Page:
My husband and I had finished up running errands and were headed home. Driving in our CRV, down a road we traveled every day, I watched as a few helicopters flew overhead.
My husband and I had been watching re-runs of the show “Brothers and Sisters” and the evening before we had watched the episode where Justin, the youngest brother, tells his mother, that even after all the pain and trauma he experienced in war, he wants to go back. So, as the helicopters flew overhead, I absently commented, “Wouldn’t it be weird to live in a place where helicopters flying over your head mean war. Can you imagine being in such a place?”
And then, “So, I found out while I was on travel, that someone from the waterfront has to fill an IA billet to Afghanistan. Apparently, I’m that someone.”
Life slowed to a crawl as we passed the elementary school, we passed each time we drove to or from our house. My brain tried to grasp what he was saying. I was making small talk about a fictional character on a TV show… not real life.
This can’t be happening.
How? Why? When? Why? You? Why? Though a thousand questions were circling around in my head, I don’t remember asking one of them. I remember turning back toward the window and watching the juxtaposition of the helicopters flying over the elementary school on a perfect spring day, thinking life as I know it is over.
I spent most of my days during that deployment vacillating between not wanting to leave the house and not wanting to return. I didn’t want to leave because, what if someone from the Navy needed to get in touch with me and I wasn’t home. And I didn’t want to return because, what if the black government vehicle was sitting in my driveway awaiting my return.
As the deployment dragged on, I found I was forcing myself to leave the house for the sake of my own sanity and my young children’s, yet I could only stay out a few hours, any more than a few and I was terrified to drive home. I remember pulling onto our street and pausing where the blacktop meets the dirt, the place where I didn’t have a clear view of the whole driveway and praying that only my mom’s car was parked there. If her car was there, I could move forward up the driveway, if not I paused again and braced myself for spending more time alone with 2 small children, in very large house, that reminded me of the large void deployment put in my life.
It was a really dark year. A year, which I naively thought, would be my darkest. In a lot of ways, it was; I got up at zero dark thirty to have some quiet time to myself. I went to bed late in the night because I was awaiting a call or an email from my husband as he started his day on the other side of the world. I was afraid all the time.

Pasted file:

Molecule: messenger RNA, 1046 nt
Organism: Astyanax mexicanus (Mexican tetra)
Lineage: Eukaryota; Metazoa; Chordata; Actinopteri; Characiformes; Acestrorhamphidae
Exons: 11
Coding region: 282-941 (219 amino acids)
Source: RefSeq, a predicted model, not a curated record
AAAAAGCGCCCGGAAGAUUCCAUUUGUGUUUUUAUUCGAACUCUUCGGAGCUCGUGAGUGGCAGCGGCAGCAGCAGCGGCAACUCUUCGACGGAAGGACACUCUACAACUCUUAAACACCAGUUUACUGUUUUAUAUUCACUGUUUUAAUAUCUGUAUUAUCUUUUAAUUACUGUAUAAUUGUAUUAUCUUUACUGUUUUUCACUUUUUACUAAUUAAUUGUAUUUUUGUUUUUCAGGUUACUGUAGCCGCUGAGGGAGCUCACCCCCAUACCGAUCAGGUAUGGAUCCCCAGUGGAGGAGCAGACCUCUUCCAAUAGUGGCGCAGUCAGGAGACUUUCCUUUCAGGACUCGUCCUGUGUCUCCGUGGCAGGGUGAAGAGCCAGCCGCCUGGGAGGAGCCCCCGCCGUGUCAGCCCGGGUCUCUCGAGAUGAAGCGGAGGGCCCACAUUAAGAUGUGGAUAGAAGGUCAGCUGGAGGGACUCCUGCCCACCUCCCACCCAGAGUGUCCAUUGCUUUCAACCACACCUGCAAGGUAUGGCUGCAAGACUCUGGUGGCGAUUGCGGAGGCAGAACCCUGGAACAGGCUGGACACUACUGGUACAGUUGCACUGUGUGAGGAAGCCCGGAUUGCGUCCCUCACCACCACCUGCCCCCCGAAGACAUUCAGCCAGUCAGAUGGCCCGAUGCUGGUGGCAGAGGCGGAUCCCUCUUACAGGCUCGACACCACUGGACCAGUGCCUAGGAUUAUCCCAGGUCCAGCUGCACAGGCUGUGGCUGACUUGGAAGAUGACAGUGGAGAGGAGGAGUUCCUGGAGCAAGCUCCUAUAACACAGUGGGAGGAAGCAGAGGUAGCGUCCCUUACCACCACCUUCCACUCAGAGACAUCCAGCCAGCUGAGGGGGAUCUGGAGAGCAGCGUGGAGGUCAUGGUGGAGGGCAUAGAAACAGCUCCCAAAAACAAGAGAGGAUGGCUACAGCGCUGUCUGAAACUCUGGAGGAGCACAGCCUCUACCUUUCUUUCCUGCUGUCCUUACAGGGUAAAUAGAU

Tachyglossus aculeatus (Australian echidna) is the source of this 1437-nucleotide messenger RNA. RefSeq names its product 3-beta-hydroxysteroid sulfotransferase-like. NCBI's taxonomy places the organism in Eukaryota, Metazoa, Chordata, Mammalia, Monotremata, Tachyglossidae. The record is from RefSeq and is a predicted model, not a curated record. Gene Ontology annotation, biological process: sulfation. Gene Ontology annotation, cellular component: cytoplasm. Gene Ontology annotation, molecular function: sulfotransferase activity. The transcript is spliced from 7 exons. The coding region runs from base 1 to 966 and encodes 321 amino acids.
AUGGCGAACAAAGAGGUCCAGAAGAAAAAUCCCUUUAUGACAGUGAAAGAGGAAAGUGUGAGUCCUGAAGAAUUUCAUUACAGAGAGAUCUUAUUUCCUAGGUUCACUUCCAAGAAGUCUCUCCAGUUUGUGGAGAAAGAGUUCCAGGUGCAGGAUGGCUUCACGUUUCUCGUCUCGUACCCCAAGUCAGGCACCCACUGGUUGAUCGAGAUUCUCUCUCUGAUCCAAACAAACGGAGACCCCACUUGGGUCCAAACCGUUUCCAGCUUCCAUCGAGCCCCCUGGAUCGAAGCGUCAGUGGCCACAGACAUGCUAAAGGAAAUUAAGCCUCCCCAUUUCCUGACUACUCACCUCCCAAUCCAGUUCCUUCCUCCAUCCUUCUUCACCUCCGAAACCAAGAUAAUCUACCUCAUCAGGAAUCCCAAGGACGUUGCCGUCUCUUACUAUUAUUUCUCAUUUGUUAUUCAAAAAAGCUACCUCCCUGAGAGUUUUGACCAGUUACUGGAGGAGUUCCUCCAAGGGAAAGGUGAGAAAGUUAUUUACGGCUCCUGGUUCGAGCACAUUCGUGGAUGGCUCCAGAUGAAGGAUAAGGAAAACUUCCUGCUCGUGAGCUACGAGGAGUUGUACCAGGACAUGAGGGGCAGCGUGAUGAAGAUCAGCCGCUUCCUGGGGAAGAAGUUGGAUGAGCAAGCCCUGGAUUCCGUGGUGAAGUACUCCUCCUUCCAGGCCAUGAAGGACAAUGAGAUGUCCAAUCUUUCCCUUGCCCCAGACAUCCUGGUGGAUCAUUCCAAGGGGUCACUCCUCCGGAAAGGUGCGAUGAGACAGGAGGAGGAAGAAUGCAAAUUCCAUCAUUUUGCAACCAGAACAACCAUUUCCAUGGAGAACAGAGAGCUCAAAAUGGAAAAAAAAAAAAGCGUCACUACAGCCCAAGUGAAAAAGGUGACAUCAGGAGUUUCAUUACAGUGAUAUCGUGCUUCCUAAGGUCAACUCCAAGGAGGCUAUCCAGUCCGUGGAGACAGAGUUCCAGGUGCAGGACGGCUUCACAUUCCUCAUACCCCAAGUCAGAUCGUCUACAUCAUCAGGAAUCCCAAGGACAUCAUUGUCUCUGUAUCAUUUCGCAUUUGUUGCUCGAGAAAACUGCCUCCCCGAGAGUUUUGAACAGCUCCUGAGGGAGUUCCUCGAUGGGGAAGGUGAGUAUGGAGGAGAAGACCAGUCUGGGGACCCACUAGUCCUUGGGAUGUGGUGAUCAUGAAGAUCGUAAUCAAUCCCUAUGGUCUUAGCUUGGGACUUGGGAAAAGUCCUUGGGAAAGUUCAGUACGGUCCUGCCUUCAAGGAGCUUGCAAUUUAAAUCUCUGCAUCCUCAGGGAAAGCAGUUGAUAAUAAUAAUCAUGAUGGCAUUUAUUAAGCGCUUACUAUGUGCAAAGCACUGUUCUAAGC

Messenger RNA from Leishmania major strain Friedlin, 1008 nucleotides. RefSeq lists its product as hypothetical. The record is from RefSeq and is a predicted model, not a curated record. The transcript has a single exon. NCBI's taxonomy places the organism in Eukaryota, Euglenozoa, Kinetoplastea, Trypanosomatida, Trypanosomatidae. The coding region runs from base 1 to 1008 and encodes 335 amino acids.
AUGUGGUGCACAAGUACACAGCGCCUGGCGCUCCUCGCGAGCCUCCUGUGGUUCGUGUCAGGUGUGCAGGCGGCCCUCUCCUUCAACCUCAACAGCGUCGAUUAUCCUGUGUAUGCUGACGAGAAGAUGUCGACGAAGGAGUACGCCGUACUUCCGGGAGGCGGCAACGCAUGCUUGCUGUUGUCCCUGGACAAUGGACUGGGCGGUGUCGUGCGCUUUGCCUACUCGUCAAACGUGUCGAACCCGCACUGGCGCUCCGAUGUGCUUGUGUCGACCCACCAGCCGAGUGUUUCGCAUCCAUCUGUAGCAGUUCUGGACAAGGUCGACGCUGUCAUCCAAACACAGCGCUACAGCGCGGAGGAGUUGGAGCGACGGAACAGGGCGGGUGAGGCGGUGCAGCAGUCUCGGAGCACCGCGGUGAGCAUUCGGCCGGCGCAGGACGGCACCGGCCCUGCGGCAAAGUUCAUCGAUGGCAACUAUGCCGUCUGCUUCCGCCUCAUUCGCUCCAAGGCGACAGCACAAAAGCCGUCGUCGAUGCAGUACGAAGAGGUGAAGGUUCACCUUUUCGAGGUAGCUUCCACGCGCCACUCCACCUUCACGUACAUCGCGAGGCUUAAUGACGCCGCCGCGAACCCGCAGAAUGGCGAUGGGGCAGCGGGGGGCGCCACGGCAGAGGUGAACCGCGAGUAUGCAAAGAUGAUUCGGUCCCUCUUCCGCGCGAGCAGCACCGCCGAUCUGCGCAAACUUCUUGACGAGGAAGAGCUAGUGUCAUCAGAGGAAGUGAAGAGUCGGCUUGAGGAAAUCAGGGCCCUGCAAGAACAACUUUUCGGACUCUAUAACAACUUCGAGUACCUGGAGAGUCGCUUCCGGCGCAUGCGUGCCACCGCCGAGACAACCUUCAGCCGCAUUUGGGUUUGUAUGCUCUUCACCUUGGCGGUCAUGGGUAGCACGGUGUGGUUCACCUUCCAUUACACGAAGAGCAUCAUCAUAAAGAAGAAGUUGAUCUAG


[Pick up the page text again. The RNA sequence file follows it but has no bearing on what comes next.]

The darkest part of this year was the unknown.
Wondering everyday if my husband was in harm’s way and bracing myself for the news that I would have to meet him at a Naval Hospital somewhere. I wasn’t afraid of death; death is a darkness that has an end. It’s a done deal, but the physical and mental trauma of war are things you have to learn to live with, and I didn’t know if I had the strength to do that.
The song, “Grenade,” by Bruno Mars was popular that year and every single time it came on the radio, what can only be described as a mixture of fear and rage came bubbling up out of me and I mashed the button for a new radio station immediately.
I thought, “How could someone go on singing about catching grenades for a loved one when my loved one might actually be catching a grenade for me and everyone else in the US.” Stupid “love song.” That song spoke only pain to me. At the end of the day I didn’t want my husband to catch a grenade or anything else for me; I just wanted him home, whole, in one piece.
April 3, 2013: I awoke to an email informing the family members of my husband’s Provincial Reconstruction Team (PRT) in Farah province in western Afghanistan that there had been an explosion near one of the places the PRT was engaged in meetings with local Afghan leaders. The email went on to explain that though the explosion was near them, it was not targeting them, and thus they were not “involved.”
Several hours later I received a phone from my husband. He assured me he was safe and sound.
Call it fear, call it suspicion, call it intuition, I knew his words were untrue. He didn’t sound okay. His voice conveyed that his thoughts were elsewhere and that he was telling me what he thought I wanted to hear.
The truth is my husband was in the wrong place at the wrong time. That vehicle born IED (VBIED) was detonated in the provincial government complex where my husband conducted a number of meetings. In fact, I learned later they’d been there earlier that week. The VBIED was detonated close enough to where my husband and his teammates were on patrol that the force of the explosion jolted him.
My thoughts from that car ride on the sunny day in April almost exactly a year prior had come full circle. How? Why? When? Why? You? Why?
My life as I knew it was over.
Fear had become the only constant during that year. If only fear had the ability to ward off or soften the blow of reality. That explosion is the literal bomb that changed the course of our relationship and the picture of what I thought our life should look like.
I didn’t see it coming. Any of it: the deployment, the explosion, or the impact the whole experience would have on my life for years.
Yet, today, seven years from the day that life changed for both us in unimaginable ways, I can honestly say, Happy Alive Day. I’m so glad you’re here.
*photo credit HMC Josh Ives